Related in: MedlinePlus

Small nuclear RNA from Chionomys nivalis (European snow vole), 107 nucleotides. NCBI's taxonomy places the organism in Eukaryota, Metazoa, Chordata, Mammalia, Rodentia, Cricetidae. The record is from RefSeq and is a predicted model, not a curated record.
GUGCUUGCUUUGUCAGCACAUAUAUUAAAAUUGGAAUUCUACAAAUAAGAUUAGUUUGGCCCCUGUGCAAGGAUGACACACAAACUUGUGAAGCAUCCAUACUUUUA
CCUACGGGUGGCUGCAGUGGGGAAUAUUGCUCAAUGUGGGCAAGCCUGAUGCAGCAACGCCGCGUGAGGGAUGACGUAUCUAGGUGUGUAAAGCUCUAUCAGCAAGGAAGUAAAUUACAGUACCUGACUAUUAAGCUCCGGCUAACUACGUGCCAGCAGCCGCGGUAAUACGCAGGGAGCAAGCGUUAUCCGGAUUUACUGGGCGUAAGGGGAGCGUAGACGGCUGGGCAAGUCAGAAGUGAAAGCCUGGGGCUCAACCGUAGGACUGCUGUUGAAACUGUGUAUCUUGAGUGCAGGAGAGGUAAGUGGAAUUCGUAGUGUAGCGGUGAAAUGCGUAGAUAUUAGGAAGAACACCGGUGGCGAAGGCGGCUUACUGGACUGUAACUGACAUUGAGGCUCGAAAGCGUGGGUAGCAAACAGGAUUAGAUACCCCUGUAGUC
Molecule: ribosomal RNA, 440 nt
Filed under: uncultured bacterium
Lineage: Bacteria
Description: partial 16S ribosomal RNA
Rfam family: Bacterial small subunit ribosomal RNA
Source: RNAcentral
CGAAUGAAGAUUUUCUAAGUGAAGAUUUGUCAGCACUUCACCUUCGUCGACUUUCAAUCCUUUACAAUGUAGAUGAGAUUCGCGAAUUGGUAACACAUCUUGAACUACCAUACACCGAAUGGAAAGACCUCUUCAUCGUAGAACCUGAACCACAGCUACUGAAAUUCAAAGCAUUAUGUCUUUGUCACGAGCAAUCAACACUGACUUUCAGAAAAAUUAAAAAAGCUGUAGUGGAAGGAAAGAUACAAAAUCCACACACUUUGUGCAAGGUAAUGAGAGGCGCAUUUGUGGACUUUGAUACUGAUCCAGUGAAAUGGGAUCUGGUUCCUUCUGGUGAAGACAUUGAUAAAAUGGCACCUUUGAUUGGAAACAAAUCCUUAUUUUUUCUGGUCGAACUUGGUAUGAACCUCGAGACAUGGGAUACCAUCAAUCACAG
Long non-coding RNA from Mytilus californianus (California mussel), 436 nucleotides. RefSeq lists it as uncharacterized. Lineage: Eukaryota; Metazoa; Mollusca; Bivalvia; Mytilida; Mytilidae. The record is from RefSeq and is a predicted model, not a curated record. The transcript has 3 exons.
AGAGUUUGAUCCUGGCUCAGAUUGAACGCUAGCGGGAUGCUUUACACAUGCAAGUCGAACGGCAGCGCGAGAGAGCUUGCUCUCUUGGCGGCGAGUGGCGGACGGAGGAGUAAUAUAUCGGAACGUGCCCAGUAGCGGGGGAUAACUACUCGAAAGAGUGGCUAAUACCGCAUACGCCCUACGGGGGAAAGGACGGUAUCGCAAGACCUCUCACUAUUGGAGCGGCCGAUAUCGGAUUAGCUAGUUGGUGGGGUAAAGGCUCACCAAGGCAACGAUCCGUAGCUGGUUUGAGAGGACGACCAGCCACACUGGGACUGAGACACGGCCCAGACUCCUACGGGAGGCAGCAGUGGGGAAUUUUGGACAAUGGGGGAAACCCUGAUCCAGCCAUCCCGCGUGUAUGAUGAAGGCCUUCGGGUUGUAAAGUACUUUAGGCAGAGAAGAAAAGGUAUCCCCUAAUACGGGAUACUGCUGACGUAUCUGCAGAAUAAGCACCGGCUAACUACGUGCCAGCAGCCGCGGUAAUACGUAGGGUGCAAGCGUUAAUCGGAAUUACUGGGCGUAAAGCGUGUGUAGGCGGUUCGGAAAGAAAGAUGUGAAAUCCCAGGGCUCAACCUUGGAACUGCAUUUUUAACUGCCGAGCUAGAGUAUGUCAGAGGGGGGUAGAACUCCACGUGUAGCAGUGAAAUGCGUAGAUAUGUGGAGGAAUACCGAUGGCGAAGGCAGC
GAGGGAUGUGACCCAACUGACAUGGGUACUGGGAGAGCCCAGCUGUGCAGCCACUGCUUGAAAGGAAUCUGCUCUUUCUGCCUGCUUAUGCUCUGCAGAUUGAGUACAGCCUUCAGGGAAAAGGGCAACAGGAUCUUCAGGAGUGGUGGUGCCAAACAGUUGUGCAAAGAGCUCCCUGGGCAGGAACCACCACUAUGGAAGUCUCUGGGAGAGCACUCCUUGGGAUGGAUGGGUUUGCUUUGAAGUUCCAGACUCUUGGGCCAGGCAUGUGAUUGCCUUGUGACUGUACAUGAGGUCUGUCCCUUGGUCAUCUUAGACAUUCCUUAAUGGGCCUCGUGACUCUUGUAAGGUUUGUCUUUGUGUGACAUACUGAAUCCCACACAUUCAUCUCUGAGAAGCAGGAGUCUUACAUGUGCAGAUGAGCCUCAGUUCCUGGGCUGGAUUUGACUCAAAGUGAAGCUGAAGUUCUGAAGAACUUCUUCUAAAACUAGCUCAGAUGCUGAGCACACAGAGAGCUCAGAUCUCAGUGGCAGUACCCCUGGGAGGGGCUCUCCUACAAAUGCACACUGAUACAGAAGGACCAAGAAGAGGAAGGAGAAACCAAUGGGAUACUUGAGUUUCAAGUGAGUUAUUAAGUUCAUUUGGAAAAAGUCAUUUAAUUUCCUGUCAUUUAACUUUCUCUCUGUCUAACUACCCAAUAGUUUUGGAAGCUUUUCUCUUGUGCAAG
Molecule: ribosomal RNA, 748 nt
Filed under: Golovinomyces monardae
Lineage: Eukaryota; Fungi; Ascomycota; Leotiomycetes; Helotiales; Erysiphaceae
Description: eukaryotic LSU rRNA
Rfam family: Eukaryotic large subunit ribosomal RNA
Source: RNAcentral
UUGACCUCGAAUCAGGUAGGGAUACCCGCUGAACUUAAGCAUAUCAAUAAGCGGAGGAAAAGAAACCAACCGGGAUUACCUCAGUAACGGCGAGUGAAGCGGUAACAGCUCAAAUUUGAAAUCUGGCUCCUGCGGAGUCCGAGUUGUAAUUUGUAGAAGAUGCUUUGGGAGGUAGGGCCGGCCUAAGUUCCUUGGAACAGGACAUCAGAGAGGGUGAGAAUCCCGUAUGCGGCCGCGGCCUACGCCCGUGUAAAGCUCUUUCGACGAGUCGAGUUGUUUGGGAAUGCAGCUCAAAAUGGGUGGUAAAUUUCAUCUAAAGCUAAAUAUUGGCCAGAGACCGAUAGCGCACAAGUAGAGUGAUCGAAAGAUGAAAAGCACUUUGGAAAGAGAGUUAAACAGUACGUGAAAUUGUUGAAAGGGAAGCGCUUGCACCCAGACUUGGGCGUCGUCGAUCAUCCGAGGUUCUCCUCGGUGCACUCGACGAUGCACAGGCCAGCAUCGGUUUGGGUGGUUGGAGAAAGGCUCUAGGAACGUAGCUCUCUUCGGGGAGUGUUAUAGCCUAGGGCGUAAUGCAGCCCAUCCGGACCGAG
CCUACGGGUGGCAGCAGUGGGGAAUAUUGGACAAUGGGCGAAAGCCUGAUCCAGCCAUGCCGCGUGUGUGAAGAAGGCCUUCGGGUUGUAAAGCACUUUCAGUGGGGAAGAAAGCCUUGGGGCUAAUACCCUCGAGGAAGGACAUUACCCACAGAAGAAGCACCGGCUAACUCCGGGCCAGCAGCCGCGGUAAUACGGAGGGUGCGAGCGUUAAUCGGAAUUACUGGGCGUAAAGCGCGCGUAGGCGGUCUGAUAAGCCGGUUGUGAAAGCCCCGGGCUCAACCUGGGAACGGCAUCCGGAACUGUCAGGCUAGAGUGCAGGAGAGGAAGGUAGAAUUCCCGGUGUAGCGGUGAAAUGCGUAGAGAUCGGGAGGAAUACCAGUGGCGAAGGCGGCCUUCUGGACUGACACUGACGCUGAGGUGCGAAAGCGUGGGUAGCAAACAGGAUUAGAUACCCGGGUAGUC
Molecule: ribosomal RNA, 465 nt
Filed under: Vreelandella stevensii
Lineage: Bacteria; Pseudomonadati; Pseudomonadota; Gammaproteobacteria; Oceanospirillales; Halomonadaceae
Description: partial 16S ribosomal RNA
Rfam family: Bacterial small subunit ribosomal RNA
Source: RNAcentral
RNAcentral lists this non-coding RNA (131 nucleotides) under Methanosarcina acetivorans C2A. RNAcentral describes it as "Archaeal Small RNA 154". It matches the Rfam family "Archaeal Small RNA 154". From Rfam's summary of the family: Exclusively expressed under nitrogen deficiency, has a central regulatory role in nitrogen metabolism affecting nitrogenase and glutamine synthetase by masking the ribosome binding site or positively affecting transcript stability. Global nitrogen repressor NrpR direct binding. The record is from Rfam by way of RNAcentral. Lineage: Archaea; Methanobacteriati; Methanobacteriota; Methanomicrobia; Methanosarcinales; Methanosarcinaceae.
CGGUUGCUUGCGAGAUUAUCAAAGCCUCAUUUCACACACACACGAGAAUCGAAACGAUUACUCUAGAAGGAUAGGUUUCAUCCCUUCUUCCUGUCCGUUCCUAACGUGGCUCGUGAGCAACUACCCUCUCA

Ecological dynamics and potential evolutionary outcomes of engineered cooperative consortia. In the left column are stable short-term dynamics; the right column, illustrates long-term outcomes if cheaters arose by mutation. (A) Two populations with strict interdependence by the production of essential aminoacids (one strain produces the aminoacid that the other cannot and vice versa). The release of the specific metabolic product is associated with near cell death of the producer and the decline of population density, producing population oscillatory dynamics. Over longer periods of time, cheaters can appear in the population, obtaining the benefits without paying the associated costs, and in the absence of spatial structure cheaters can spread leading to the collapse of the system (example from Shou et al., 2007). (B) A microbial consortium produces fluorescence as a cooperative trait regulated by a mechanism of consensus quorum sensing (QS). The signal molecules of this QS mechanism act as positive feedback between the two populations of cells for the production of both fluorescence and more signal molecules. The ecological role of each population is not described but cheaters can arise and disrupt the system, impeding fluorescence production (example from Brenner et al., 2007). (C) Reciprocal interaction circuit where two populations of cells are maintained in culture. One of the populations provides essential components to the other through volatile signals or direct transfer of medium, this system is thus open to the evolution of cheaters and collapse of the system. System collapse could potentially be prevented by including a redundancy component and local extinction and migration (metapopulation structure) via the replacement of populations in which cheaters appear with populations in which cheaters are absent (example from Weber et al., 2007).